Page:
Girard (2011) states that the evidence derived from wire-tapping should be collected, marked and packaged properly in order to preserve the evidence. The police officers should be able to seal the evidence to preserve the evidence. Aside from this, the police officers who discovered the evidence should take notes, including documenting the recovery location, the time and date when it was recovered or received. It must also bear the description of the item, condition of the item and any unusual markings or alterations of the item that was derived from wire-tapping. An inventory list of all the evidence collected must be made (Girard, 2011). It is necessary to prepare the chain-of-custody documentation. Finally, it is important to consider the best method to transport the evidence.
The fruit of the poisonous tree is a legal term used the U.S. to refer to any evidence that has been illegally obtained. The rationale of such legal concept is that when the source of the evidence or evidence itself is corrupted or tainted, it is presumed that anything which is obtained from the tree will result to tainted evidence o considered as a “poisonous fruit”.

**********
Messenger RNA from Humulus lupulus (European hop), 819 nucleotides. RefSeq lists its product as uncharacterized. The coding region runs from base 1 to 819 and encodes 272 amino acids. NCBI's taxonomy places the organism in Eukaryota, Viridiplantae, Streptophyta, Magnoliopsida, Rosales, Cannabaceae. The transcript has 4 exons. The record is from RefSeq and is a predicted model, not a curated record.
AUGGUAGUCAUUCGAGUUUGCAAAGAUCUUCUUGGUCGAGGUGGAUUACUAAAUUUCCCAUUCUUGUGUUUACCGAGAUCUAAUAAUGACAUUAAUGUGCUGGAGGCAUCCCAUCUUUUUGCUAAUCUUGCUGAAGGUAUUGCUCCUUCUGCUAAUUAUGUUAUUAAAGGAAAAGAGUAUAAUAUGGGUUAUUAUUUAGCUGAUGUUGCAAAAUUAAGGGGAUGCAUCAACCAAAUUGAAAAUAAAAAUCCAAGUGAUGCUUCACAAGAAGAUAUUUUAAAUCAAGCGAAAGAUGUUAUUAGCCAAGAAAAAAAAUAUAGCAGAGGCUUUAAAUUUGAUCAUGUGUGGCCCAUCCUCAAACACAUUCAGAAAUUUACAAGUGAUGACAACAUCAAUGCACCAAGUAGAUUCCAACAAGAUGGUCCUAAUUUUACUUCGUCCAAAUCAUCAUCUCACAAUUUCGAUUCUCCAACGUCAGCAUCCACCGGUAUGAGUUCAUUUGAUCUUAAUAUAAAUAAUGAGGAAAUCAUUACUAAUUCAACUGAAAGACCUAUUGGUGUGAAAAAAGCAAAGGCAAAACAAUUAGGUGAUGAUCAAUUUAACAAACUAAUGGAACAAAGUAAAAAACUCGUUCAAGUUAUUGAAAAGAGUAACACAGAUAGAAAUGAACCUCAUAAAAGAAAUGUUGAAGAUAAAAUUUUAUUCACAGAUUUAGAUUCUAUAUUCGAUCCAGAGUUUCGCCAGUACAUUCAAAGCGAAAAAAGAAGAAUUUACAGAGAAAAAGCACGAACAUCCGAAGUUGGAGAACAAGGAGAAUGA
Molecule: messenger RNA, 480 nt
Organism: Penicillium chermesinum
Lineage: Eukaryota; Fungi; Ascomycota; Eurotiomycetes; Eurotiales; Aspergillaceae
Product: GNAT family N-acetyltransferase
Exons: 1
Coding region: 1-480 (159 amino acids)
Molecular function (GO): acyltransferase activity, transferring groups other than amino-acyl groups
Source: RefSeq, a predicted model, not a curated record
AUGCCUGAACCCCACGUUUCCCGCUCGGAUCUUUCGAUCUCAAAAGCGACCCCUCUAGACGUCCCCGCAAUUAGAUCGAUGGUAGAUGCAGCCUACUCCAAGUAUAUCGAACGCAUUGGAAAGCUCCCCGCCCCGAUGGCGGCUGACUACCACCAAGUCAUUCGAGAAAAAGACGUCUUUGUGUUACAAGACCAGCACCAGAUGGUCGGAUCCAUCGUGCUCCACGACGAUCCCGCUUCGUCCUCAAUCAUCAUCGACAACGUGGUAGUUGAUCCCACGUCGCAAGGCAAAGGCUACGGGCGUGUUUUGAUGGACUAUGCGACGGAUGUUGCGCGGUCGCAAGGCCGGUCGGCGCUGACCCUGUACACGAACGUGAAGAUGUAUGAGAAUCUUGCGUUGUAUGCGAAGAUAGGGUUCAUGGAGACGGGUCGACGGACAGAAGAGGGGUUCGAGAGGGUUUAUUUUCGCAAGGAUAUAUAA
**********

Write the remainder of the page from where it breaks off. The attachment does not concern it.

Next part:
In the event that the original evidence cannot be located, the outcome of the case is that the court should allow secondary evidence after providing valid reasons why the originals cannot be presented. However, the secondary evidence should be faithful reproductions of the original conversation. If the duplicate copies of the conversations are barely audible and poor copies, then there is likelihood that the case will be dismissed. The best evidence rule expresses a preference for the use of original documents, instead of using reproductions. However, these reproductions should be the exact copies of the original document. Since the issue in this case involves the contents of the recorded phone conversations, the best of evidence rule will apply.
Blond, N.C. (2009). Evidence. New York: Aspen Publishers.
Girard, James (2011). Criminalistics: Forensic Science, Crime and Terrorism. Sudbury, MA:
Jones and Bartlett.
Mendez, M. A. (2006). VI. Authentication and the Best and Secondary Evidence Rules. University Of San Francisco Law Review, 41(1), 1-44.